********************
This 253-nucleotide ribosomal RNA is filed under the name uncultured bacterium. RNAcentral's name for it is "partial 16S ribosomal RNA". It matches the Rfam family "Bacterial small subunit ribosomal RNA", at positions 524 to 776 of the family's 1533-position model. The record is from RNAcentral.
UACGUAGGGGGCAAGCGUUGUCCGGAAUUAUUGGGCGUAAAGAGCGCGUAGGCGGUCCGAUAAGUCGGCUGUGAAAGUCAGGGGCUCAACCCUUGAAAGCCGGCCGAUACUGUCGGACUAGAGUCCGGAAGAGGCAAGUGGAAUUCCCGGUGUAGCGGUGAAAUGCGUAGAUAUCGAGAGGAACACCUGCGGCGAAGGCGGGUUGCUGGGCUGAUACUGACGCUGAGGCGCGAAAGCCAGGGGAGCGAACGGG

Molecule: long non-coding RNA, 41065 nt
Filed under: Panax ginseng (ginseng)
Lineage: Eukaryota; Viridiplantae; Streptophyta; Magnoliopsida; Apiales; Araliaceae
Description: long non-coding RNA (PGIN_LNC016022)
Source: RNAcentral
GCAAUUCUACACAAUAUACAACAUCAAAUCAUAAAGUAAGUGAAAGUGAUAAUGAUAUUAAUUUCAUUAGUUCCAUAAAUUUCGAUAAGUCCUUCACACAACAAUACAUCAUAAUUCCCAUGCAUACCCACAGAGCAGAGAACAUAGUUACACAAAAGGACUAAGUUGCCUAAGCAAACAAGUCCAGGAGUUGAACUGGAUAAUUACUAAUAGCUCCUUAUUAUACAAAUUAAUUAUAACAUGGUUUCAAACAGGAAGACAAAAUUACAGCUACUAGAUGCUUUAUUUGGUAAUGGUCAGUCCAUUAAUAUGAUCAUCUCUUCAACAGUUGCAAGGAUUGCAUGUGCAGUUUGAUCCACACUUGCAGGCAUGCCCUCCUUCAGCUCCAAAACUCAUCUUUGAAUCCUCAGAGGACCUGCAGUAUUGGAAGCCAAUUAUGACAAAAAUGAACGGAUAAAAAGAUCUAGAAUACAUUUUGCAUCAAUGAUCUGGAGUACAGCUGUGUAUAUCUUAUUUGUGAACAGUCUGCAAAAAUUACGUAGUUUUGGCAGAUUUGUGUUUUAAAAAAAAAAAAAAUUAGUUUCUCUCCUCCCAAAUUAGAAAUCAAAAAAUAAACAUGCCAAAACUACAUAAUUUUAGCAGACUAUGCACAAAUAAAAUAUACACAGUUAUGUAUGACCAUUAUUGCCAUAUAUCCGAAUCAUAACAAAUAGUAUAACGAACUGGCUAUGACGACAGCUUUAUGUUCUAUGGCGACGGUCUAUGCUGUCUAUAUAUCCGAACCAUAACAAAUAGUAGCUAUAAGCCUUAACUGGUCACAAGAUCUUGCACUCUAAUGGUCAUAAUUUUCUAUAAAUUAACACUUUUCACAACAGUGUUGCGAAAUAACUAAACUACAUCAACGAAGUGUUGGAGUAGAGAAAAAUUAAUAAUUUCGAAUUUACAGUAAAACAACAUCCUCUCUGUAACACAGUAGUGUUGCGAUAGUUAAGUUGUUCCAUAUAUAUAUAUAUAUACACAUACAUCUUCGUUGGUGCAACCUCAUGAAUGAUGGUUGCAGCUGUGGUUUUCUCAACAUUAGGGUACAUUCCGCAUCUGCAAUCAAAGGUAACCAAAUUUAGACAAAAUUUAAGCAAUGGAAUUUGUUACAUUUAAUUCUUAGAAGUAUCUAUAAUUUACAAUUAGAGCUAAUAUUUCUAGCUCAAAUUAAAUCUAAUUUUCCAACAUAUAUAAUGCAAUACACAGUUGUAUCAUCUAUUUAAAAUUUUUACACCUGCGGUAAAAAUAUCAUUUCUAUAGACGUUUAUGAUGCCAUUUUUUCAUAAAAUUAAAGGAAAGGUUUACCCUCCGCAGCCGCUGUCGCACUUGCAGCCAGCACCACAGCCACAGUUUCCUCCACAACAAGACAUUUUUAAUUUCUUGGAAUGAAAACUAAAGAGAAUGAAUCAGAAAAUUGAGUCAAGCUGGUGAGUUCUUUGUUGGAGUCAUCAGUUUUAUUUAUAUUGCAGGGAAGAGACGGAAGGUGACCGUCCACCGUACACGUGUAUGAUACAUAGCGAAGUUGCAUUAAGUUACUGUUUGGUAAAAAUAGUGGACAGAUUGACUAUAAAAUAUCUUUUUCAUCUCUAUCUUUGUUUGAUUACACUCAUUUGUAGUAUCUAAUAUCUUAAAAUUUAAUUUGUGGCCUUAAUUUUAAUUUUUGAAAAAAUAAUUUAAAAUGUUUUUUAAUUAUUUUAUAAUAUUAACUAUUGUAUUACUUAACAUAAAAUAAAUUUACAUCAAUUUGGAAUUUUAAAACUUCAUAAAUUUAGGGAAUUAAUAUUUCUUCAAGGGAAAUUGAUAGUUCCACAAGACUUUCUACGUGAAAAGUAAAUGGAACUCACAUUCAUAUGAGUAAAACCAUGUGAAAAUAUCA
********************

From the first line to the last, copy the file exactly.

This 253-nucleotide ribosomal RNA is filed under the name uncultured bacterium. RNAcentral's name for it is "partial 16S ribosomal RNA". It matches the Rfam family "Bacterial small subunit ribosomal RNA", at positions 524 to 776 of the family's 1533-position model. The record is from RNAcentral.
UACGUAGGGGGCAAGCGUUGUCCGGAAUUAUUGGGCGUAAAGAGCGCGUAGGCGGUCCGAUAAGUCGGCUGUGAAAGUCAGGGGCUCAACCCUUGAAAGCCGGCCGAUACUGUCGGACUAGAGUCCGGAAGAGGCAAGUGGAAUUCCCGGUGUAGCGGUGAAAUGCGUAGAUAUCGAGAGGAACACCUGCGGCGAAGGCGGGUUGCUGGGCUGAUACUGACGCUGAGGCGCGAAAGCCAGGGGAGCGAACGGG

Molecule: long non-coding RNA, 41065 nt
Filed under: Panax ginseng (ginseng)
Lineage: Eukaryota; Viridiplantae; Streptophyta; Magnoliopsida; Apiales; Araliaceae
Description: long non-coding RNA (PGIN_LNC016022)
Source: RNAcentral
GCAAUUCUACACAAUAUACAACAUCAAAUCAUAAAGUAAGUGAAAGUGAUAAUGAUAUUAAUUUCAUUAGUUCCAUAAAUUUCGAUAAGUCCUUCACACAACAAUACAUCAUAAUUCCCAUGCAUACCCACAGAGCAGAGAACAUAGUUACACAAAAGGACUAAGUUGCCUAAGCAAACAAGUCCAGGAGUUGAACUGGAUAAUUACUAAUAGCUCCUUAUUAUACAAAUUAAUUAUAACAUGGUUUCAAACAGGAAGACAAAAUUACAGCUACUAGAUGCUUUAUUUGGUAAUGGUCAGUCCAUUAAUAUGAUCAUCUCUUCAACAGUUGCAAGGAUUGCAUGUGCAGUUUGAUCCACACUUGCAGGCAUGCCCUCCUUCAGCUCCAAAACUCAUCUUUGAAUCCUCAGAGGACCUGCAGUAUUGGAAGCCAAUUAUGACAAAAAUGAACGGAUAAAAAGAUCUAGAAUACAUUUUGCAUCAAUGAUCUGGAGUACAGCUGUGUAUAUCUUAUUUGUGAACAGUCUGCAAAAAUUACGUAGUUUUGGCAGAUUUGUGUUUUAAAAAAAAAAAAAAUUAGUUUCUCUCCUCCCAAAUUAGAAAUCAAAAAAUAAACAUGCCAAAACUACAUAAUUUUAGCAGACUAUGCACAAAUAAAAUAUACACAGUUAUGUAUGACCAUUAUUGCCAUAUAUCCGAAUCAUAACAAAUAGUAUAACGAACUGGCUAUGACGACAGCUUUAUGUUCUAUGGCGACGGUCUAUGCUGUCUAUAUAUCCGAACCAUAACAAAUAGUAGCUAUAAGCCUUAACUGGUCACAAGAUCUUGCACUCUAAUGGUCAUAAUUUUCUAUAAAUUAACACUUUUCACAACAGUGUUGCGAAAUAACUAAACUACAUCAACGAAGUGUUGGAGUAGAGAAAAAUUAAUAAUUUCGAAUUUACAGUAAAACAACAUCCUCUCUGUAACACAGUAGUGUUGCGAUAGUUAAGUUGUUCCAUAUAUAUAUAUAUAUACACAUACAUCUUCGUUGGUGCAACCUCAUGAAUGAUGGUUGCAGCUGUGGUUUUCUCAACAUUAGGGUACAUUCCGCAUCUGCAAUCAAAGGUAACCAAAUUUAGACAAAAUUUAAGCAAUGGAAUUUGUUACAUUUAAUUCUUAGAAGUAUCUAUAAUUUACAAUUAGAGCUAAUAUUUCUAGCUCAAAUUAAAUCUAAUUUUCCAACAUAUAUAAUGCAAUACACAGUUGUAUCAUCUAUUUAAAAUUUUUACACCUGCGGUAAAAAUAUCAUUUCUAUAGACGUUUAUGAUGCCAUUUUUUCAUAAAAUUAAAGGAAAGGUUUACCCUCCGCAGCCGCUGUCGCACUUGCAGCCAGCACCACAGCCACAGUUUCCUCCACAACAAGACAUUUUUAAUUUCUUGGAAUGAAAACUAAAGAGAAUGAAUCAGAAAAUUGAGUCAAGCUGGUGAGUUCUUUGUUGGAGUCAUCAGUUUUAUUUAUAUUGCAGGGAAGAGACGGAAGGUGACCGUCCACCGUACACGUGUAUGAUACAUAGCGAAGUUGCAUUAAGUUACUGUUUGGUAAAAAUAGUGGACAGAUUGACUAUAAAAUAUCUUUUUCAUCUCUAUCUUUGUUUGAUUACACUCAUUUGUAGUAUCUAAUAUCUUAAAAUUUAAUUUGUGGCCUUAAUUUUAAUUUUUGAAAAAAUAAUUUAAAAUGUUUUUUAAUUAUUUUAUAAUAUUAACUAUUGUAUUACUUAACAUAAAAUAAAUUUACAUCAAUUUGGAAUUUUAAAACUUCAUAAAUUUAGGGAAUUAAUAUUUCUUCAAGGGAAAUUGAUAGUUCCACAAGACUUUCUACGUGAAAAGUAAAUGGAACUCACAUUCAUAUGAGUAAAACCAUGUGAAAAUAUCA